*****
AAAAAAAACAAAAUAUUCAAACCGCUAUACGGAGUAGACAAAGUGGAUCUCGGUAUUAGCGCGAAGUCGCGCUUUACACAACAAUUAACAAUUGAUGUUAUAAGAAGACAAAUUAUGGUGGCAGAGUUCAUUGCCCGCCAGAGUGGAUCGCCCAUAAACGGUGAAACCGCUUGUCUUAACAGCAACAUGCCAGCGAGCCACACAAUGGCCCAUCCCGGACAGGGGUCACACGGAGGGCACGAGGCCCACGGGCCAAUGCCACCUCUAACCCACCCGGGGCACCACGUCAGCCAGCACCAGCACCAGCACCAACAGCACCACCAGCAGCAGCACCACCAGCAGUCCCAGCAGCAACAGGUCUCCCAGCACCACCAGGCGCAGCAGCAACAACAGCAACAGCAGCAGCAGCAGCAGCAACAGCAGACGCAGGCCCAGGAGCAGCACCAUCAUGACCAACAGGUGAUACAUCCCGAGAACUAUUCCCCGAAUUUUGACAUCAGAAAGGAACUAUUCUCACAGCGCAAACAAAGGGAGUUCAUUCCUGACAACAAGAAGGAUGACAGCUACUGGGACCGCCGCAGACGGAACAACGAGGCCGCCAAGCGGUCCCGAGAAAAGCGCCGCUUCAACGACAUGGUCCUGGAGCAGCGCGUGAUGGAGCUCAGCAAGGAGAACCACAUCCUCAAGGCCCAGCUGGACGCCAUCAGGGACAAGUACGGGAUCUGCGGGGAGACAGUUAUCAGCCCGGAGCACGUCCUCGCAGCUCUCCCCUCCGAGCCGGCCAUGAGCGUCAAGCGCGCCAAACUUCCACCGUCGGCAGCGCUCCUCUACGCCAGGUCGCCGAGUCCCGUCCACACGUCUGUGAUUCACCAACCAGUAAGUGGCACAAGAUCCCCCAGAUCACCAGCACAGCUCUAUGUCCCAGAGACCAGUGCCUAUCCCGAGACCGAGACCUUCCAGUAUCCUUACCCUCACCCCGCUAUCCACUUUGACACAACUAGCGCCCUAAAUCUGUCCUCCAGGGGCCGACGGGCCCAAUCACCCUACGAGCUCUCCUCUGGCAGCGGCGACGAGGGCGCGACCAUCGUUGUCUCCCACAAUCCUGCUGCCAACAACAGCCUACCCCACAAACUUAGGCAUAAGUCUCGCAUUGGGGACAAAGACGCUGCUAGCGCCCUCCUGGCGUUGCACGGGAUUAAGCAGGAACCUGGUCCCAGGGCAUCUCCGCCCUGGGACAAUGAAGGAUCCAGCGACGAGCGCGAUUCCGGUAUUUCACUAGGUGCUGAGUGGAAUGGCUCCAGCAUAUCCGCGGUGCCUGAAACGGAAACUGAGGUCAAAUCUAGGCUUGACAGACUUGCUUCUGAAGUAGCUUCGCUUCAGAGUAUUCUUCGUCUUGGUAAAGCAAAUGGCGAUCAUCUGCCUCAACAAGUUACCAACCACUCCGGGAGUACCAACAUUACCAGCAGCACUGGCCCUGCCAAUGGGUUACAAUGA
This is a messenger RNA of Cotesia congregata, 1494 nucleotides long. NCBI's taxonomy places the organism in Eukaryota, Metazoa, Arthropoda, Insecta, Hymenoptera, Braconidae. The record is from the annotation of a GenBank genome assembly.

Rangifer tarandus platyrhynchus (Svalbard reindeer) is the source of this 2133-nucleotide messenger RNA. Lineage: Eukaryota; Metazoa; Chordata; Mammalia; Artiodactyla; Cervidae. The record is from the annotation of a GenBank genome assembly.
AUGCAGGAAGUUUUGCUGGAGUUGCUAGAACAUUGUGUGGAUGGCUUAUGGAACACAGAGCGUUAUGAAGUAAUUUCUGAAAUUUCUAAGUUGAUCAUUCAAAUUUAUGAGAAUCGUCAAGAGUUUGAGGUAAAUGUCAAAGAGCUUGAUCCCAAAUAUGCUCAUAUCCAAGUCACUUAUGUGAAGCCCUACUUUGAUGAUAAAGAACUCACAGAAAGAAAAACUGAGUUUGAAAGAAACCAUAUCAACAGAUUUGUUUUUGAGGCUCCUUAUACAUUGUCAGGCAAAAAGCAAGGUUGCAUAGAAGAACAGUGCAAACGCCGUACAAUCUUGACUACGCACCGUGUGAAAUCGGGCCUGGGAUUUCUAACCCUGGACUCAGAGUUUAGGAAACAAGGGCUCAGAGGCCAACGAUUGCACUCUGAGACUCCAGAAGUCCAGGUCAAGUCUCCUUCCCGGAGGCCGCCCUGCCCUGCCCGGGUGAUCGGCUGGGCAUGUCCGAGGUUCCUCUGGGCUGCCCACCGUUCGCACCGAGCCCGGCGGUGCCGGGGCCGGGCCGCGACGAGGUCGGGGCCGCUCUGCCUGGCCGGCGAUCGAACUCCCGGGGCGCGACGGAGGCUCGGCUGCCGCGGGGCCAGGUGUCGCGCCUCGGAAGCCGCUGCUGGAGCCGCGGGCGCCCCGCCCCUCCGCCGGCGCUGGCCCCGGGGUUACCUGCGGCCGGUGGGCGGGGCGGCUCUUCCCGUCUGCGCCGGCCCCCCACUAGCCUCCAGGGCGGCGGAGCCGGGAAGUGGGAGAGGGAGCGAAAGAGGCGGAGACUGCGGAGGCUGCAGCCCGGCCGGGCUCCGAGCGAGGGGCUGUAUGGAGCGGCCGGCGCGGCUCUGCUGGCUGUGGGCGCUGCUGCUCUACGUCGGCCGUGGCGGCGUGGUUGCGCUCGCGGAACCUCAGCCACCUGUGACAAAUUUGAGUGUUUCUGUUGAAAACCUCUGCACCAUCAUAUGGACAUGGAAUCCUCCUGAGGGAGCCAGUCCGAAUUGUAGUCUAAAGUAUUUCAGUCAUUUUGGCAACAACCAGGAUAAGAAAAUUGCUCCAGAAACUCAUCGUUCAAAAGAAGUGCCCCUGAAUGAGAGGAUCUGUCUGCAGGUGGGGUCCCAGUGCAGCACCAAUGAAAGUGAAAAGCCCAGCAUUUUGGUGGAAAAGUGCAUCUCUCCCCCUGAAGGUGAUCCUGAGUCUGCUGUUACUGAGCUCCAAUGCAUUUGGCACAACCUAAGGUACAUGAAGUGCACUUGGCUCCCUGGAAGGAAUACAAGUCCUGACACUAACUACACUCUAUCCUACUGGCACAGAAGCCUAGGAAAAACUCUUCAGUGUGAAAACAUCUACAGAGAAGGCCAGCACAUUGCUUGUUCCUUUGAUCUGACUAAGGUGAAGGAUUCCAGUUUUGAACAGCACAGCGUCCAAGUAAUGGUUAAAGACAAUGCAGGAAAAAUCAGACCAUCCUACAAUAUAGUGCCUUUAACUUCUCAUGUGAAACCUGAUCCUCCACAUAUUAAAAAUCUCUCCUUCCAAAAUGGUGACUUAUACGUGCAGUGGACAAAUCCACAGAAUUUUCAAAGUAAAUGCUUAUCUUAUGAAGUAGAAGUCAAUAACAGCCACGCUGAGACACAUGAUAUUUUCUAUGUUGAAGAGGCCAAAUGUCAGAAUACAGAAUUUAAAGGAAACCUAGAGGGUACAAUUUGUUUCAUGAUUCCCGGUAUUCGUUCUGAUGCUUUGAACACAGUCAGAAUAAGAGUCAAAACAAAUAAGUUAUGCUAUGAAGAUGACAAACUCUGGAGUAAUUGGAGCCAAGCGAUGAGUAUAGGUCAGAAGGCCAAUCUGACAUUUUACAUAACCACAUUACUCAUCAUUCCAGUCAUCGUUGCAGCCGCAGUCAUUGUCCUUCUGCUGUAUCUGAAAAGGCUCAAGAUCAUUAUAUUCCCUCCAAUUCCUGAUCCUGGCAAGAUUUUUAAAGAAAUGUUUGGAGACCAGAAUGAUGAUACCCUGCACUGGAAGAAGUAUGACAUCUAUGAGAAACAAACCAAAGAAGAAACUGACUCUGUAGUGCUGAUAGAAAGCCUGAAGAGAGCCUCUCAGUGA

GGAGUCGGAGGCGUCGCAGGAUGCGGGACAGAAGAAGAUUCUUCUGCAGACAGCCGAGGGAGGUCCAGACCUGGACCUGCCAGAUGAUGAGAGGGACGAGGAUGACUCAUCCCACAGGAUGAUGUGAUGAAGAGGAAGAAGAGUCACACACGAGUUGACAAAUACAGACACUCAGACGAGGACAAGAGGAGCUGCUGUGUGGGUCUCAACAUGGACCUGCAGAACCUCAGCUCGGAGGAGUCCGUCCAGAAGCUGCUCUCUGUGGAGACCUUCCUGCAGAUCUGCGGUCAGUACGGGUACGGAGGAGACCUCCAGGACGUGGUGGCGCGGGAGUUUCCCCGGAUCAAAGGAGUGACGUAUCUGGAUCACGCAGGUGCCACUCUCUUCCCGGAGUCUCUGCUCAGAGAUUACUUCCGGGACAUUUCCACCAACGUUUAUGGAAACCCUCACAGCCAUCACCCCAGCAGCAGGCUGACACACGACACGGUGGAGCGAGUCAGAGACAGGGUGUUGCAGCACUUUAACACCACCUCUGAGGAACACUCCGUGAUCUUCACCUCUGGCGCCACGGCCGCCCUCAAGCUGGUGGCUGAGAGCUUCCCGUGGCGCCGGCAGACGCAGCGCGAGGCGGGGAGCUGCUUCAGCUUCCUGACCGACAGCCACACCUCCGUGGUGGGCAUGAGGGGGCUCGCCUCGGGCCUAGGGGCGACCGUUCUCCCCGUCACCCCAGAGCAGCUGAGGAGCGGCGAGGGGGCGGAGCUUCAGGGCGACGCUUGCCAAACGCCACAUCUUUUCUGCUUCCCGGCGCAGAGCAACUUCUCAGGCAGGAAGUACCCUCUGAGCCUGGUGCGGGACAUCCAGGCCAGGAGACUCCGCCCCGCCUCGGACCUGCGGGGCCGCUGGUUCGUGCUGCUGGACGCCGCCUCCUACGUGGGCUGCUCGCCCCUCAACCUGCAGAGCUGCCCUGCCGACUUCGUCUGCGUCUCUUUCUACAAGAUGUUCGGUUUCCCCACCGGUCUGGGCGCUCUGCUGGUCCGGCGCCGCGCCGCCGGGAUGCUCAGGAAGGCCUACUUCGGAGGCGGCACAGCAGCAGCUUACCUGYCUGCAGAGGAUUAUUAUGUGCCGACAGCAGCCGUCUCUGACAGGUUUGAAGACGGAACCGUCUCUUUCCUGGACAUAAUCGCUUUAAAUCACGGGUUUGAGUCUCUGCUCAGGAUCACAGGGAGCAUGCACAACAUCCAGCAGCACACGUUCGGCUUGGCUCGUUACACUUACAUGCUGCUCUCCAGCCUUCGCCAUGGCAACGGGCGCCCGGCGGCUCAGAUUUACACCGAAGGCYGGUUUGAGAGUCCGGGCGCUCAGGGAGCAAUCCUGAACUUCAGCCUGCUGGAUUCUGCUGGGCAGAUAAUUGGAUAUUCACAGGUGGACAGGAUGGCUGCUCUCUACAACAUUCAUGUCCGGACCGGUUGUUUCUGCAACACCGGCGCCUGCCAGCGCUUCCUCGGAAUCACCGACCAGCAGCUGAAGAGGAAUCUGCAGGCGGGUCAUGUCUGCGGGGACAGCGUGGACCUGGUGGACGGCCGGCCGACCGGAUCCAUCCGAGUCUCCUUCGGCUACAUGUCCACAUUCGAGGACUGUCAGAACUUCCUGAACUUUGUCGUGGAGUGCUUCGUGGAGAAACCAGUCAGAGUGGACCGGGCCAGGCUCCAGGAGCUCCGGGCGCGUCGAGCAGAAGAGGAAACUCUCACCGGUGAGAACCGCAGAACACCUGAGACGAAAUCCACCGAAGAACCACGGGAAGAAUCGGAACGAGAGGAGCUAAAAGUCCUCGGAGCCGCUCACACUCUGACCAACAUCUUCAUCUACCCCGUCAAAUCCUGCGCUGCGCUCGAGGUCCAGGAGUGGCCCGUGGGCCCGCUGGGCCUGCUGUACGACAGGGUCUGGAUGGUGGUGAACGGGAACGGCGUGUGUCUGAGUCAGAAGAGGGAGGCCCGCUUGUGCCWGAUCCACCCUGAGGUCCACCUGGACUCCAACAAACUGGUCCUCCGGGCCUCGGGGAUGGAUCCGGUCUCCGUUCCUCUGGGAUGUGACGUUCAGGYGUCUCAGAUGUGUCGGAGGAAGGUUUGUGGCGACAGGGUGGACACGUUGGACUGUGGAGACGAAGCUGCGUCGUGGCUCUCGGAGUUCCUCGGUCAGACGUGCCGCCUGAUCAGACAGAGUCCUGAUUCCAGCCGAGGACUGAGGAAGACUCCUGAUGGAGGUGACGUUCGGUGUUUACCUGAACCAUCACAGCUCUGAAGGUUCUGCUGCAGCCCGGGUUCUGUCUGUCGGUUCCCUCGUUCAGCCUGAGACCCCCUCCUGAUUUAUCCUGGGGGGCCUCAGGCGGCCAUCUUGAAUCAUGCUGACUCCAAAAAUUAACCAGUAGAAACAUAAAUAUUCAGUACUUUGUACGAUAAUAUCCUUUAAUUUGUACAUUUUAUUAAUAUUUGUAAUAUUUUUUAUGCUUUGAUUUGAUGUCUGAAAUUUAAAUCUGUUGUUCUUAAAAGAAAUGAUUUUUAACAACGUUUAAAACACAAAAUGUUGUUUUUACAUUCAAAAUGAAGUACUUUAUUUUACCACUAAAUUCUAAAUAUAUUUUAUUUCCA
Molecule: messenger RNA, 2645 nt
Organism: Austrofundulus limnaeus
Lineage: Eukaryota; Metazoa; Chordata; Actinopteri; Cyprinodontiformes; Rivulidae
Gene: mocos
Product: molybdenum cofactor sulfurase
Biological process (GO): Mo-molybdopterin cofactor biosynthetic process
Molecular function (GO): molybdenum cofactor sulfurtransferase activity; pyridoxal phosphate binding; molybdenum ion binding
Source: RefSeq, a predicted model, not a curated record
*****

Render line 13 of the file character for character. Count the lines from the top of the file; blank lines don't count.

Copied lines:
Source: RefSeq, a predicted model, not a curated record